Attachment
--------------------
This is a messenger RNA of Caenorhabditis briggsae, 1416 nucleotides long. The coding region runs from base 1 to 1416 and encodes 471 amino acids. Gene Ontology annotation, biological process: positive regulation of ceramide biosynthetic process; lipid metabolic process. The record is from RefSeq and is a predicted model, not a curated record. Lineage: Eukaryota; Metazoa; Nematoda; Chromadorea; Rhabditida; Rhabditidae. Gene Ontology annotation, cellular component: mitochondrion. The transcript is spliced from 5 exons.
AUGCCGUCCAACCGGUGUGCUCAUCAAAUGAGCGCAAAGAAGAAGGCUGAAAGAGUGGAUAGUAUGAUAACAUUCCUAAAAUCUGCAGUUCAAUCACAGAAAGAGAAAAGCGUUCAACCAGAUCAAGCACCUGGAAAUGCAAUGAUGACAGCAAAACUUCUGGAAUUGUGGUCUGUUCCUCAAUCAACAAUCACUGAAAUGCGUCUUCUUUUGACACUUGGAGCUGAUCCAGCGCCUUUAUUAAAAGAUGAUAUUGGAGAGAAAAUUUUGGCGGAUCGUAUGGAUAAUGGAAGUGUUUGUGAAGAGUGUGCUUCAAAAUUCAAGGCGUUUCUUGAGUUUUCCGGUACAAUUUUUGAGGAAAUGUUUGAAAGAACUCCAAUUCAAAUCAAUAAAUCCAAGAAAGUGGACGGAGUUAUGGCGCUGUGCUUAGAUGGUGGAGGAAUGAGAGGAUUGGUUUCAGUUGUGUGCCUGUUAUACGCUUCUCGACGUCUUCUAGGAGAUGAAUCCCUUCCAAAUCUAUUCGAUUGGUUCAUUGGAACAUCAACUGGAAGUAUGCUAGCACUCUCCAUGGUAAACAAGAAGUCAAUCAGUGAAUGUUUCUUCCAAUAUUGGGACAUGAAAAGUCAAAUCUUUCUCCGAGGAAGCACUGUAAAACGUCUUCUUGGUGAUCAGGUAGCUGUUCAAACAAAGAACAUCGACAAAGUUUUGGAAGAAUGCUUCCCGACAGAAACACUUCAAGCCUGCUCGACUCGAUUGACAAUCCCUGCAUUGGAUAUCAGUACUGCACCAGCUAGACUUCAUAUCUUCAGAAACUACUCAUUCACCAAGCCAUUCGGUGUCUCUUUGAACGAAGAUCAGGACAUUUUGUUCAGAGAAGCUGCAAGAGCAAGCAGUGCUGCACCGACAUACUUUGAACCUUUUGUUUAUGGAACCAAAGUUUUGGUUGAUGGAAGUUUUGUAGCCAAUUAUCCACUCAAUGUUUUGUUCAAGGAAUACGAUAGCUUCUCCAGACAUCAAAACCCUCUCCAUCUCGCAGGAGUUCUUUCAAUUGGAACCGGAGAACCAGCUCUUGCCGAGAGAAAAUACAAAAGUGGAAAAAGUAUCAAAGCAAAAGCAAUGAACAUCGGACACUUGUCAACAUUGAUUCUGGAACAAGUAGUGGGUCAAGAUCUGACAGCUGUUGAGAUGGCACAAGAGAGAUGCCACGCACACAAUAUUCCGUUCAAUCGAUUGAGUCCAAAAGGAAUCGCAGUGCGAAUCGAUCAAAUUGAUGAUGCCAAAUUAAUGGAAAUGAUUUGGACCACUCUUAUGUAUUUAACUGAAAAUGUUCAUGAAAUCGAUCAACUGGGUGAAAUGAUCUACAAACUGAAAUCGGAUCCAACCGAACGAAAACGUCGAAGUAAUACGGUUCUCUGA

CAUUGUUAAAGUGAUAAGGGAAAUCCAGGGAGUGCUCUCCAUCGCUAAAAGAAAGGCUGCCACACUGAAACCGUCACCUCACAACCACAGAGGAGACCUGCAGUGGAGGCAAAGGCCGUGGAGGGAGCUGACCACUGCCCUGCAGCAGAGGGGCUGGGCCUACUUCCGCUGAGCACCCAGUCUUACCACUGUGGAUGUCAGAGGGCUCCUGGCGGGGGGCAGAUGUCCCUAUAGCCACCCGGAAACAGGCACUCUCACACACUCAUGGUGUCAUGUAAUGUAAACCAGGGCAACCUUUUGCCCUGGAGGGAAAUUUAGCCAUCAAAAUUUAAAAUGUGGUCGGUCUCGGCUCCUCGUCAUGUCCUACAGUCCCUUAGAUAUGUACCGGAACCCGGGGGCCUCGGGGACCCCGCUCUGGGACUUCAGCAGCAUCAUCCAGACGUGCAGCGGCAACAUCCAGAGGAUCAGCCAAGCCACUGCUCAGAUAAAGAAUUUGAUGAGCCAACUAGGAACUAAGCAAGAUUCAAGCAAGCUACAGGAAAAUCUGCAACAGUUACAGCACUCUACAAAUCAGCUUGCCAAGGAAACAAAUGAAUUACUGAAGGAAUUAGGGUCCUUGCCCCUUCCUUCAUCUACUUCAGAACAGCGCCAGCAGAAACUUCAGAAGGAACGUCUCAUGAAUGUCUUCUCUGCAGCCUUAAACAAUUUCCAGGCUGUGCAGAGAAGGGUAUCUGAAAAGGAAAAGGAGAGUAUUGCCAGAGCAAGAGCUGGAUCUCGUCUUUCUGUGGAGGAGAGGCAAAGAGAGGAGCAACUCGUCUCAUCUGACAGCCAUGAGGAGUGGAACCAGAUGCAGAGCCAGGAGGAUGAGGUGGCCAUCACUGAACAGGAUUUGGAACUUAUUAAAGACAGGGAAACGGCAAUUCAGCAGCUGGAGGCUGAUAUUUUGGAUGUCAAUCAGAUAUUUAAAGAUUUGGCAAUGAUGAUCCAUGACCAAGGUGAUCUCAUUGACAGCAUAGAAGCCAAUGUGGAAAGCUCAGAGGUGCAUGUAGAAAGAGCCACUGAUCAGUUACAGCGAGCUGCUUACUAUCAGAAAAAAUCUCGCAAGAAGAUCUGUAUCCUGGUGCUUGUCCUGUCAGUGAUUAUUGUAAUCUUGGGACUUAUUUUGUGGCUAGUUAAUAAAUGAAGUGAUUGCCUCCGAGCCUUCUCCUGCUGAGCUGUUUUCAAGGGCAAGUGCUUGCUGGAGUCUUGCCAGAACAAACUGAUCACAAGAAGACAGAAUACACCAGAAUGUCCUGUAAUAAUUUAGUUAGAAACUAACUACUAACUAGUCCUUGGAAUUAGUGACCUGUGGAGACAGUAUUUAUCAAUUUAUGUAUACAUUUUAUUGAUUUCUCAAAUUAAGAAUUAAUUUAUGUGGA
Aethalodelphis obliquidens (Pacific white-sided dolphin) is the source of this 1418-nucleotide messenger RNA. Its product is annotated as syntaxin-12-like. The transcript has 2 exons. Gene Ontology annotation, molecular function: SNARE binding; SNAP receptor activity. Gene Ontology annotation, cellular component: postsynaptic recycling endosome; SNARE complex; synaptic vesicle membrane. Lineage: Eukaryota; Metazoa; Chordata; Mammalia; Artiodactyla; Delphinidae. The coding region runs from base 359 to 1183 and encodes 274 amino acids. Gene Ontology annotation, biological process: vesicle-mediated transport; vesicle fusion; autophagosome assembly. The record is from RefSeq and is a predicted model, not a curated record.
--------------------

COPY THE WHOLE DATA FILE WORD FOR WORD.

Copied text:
This is a messenger RNA of Caenorhabditis briggsae, 1416 nucleotides long. The coding region runs from base 1 to 1416 and encodes 471 amino acids. Gene Ontology annotation, biological process: positive regulation of ceramide biosynthetic process; lipid metabolic process. The record is from RefSeq and is a predicted model, not a curated record. Lineage: Eukaryota; Metazoa; Nematoda; Chromadorea; Rhabditida; Rhabditidae. Gene Ontology annotation, cellular component: mitochondrion. The transcript is spliced from 5 exons.
AUGCCGUCCAACCGGUGUGCUCAUCAAAUGAGCGCAAAGAAGAAGGCUGAAAGAGUGGAUAGUAUGAUAACAUUCCUAAAAUCUGCAGUUCAAUCACAGAAAGAGAAAAGCGUUCAACCAGAUCAAGCACCUGGAAAUGCAAUGAUGACAGCAAAACUUCUGGAAUUGUGGUCUGUUCCUCAAUCAACAAUCACUGAAAUGCGUCUUCUUUUGACACUUGGAGCUGAUCCAGCGCCUUUAUUAAAAGAUGAUAUUGGAGAGAAAAUUUUGGCGGAUCGUAUGGAUAAUGGAAGUGUUUGUGAAGAGUGUGCUUCAAAAUUCAAGGCGUUUCUUGAGUUUUCCGGUACAAUUUUUGAGGAAAUGUUUGAAAGAACUCCAAUUCAAAUCAAUAAAUCCAAGAAAGUGGACGGAGUUAUGGCGCUGUGCUUAGAUGGUGGAGGAAUGAGAGGAUUGGUUUCAGUUGUGUGCCUGUUAUACGCUUCUCGACGUCUUCUAGGAGAUGAAUCCCUUCCAAAUCUAUUCGAUUGGUUCAUUGGAACAUCAACUGGAAGUAUGCUAGCACUCUCCAUGGUAAACAAGAAGUCAAUCAGUGAAUGUUUCUUCCAAUAUUGGGACAUGAAAAGUCAAAUCUUUCUCCGAGGAAGCACUGUAAAACGUCUUCUUGGUGAUCAGGUAGCUGUUCAAACAAAGAACAUCGACAAAGUUUUGGAAGAAUGCUUCCCGACAGAAACACUUCAAGCCUGCUCGACUCGAUUGACAAUCCCUGCAUUGGAUAUCAGUACUGCACCAGCUAGACUUCAUAUCUUCAGAAACUACUCAUUCACCAAGCCAUUCGGUGUCUCUUUGAACGAAGAUCAGGACAUUUUGUUCAGAGAAGCUGCAAGAGCAAGCAGUGCUGCACCGACAUACUUUGAACCUUUUGUUUAUGGAACCAAAGUUUUGGUUGAUGGAAGUUUUGUAGCCAAUUAUCCACUCAAUGUUUUGUUCAAGGAAUACGAUAGCUUCUCCAGACAUCAAAACCCUCUCCAUCUCGCAGGAGUUCUUUCAAUUGGAACCGGAGAACCAGCUCUUGCCGAGAGAAAAUACAAAAGUGGAAAAAGUAUCAAAGCAAAAGCAAUGAACAUCGGACACUUGUCAACAUUGAUUCUGGAACAAGUAGUGGGUCAAGAUCUGACAGCUGUUGAGAUGGCACAAGAGAGAUGCCACGCACACAAUAUUCCGUUCAAUCGAUUGAGUCCAAAAGGAAUCGCAGUGCGAAUCGAUCAAAUUGAUGAUGCCAAAUUAAUGGAAAUGAUUUGGACCACUCUUAUGUAUUUAACUGAAAAUGUUCAUGAAAUCGAUCAACUGGGUGAAAUGAUCUACAAACUGAAAUCGGAUCCAACCGAACGAAAACGUCGAAGUAAUACGGUUCUCUGA

CAUUGUUAAAGUGAUAAGGGAAAUCCAGGGAGUGCUCUCCAUCGCUAAAAGAAAGGCUGCCACACUGAAACCGUCACCUCACAACCACAGAGGAGACCUGCAGUGGAGGCAAAGGCCGUGGAGGGAGCUGACCACUGCCCUGCAGCAGAGGGGCUGGGCCUACUUCCGCUGAGCACCCAGUCUUACCACUGUGGAUGUCAGAGGGCUCCUGGCGGGGGGCAGAUGUCCCUAUAGCCACCCGGAAACAGGCACUCUCACACACUCAUGGUGUCAUGUAAUGUAAACCAGGGCAACCUUUUGCCCUGGAGGGAAAUUUAGCCAUCAAAAUUUAAAAUGUGGUCGGUCUCGGCUCCUCGUCAUGUCCUACAGUCCCUUAGAUAUGUACCGGAACCCGGGGGCCUCGGGGACCCCGCUCUGGGACUUCAGCAGCAUCAUCCAGACGUGCAGCGGCAACAUCCAGAGGAUCAGCCAAGCCACUGCUCAGAUAAAGAAUUUGAUGAGCCAACUAGGAACUAAGCAAGAUUCAAGCAAGCUACAGGAAAAUCUGCAACAGUUACAGCACUCUACAAAUCAGCUUGCCAAGGAAACAAAUGAAUUACUGAAGGAAUUAGGGUCCUUGCCCCUUCCUUCAUCUACUUCAGAACAGCGCCAGCAGAAACUUCAGAAGGAACGUCUCAUGAAUGUCUUCUCUGCAGCCUUAAACAAUUUCCAGGCUGUGCAGAGAAGGGUAUCUGAAAAGGAAAAGGAGAGUAUUGCCAGAGCAAGAGCUGGAUCUCGUCUUUCUGUGGAGGAGAGGCAAAGAGAGGAGCAACUCGUCUCAUCUGACAGCCAUGAGGAGUGGAACCAGAUGCAGAGCCAGGAGGAUGAGGUGGCCAUCACUGAACAGGAUUUGGAACUUAUUAAAGACAGGGAAACGGCAAUUCAGCAGCUGGAGGCUGAUAUUUUGGAUGUCAAUCAGAUAUUUAAAGAUUUGGCAAUGAUGAUCCAUGACCAAGGUGAUCUCAUUGACAGCAUAGAAGCCAAUGUGGAAAGCUCAGAGGUGCAUGUAGAAAGAGCCACUGAUCAGUUACAGCGAGCUGCUUACUAUCAGAAAAAAUCUCGCAAGAAGAUCUGUAUCCUGGUGCUUGUCCUGUCAGUGAUUAUUGUAAUCUUGGGACUUAUUUUGUGGCUAGUUAAUAAAUGAAGUGAUUGCCUCCGAGCCUUCUCCUGCUGAGCUGUUUUCAAGGGCAAGUGCUUGCUGGAGUCUUGCCAGAACAAACUGAUCACAAGAAGACAGAAUACACCAGAAUGUCCUGUAAUAAUUUAGUUAGAAACUAACUACUAACUAGUCCUUGGAAUUAGUGACCUGUGGAGACAGUAUUUAUCAAUUUAUGUAUACAUUUUAUUGAUUUCUCAAAUUAAGAAUUAAUUUAUGUGGA
Aethalodelphis obliquidens (Pacific white-sided dolphin) is the source of this 1418-nucleotide messenger RNA. Its product is annotated as syntaxin-12-like. The transcript has 2 exons. Gene Ontology annotation, molecular function: SNARE binding; SNAP receptor activity. Gene Ontology annotation, cellular component: postsynaptic recycling endosome; SNARE complex; synaptic vesicle membrane. Lineage: Eukaryota; Metazoa; Chordata; Mammalia; Artiodactyla; Delphinidae. The coding region runs from base 359 to 1183 and encodes 274 amino acids. Gene Ontology annotation, biological process: vesicle-mediated transport; vesicle fusion; autophagosome assembly. The record is from RefSeq and is a predicted model, not a curated record.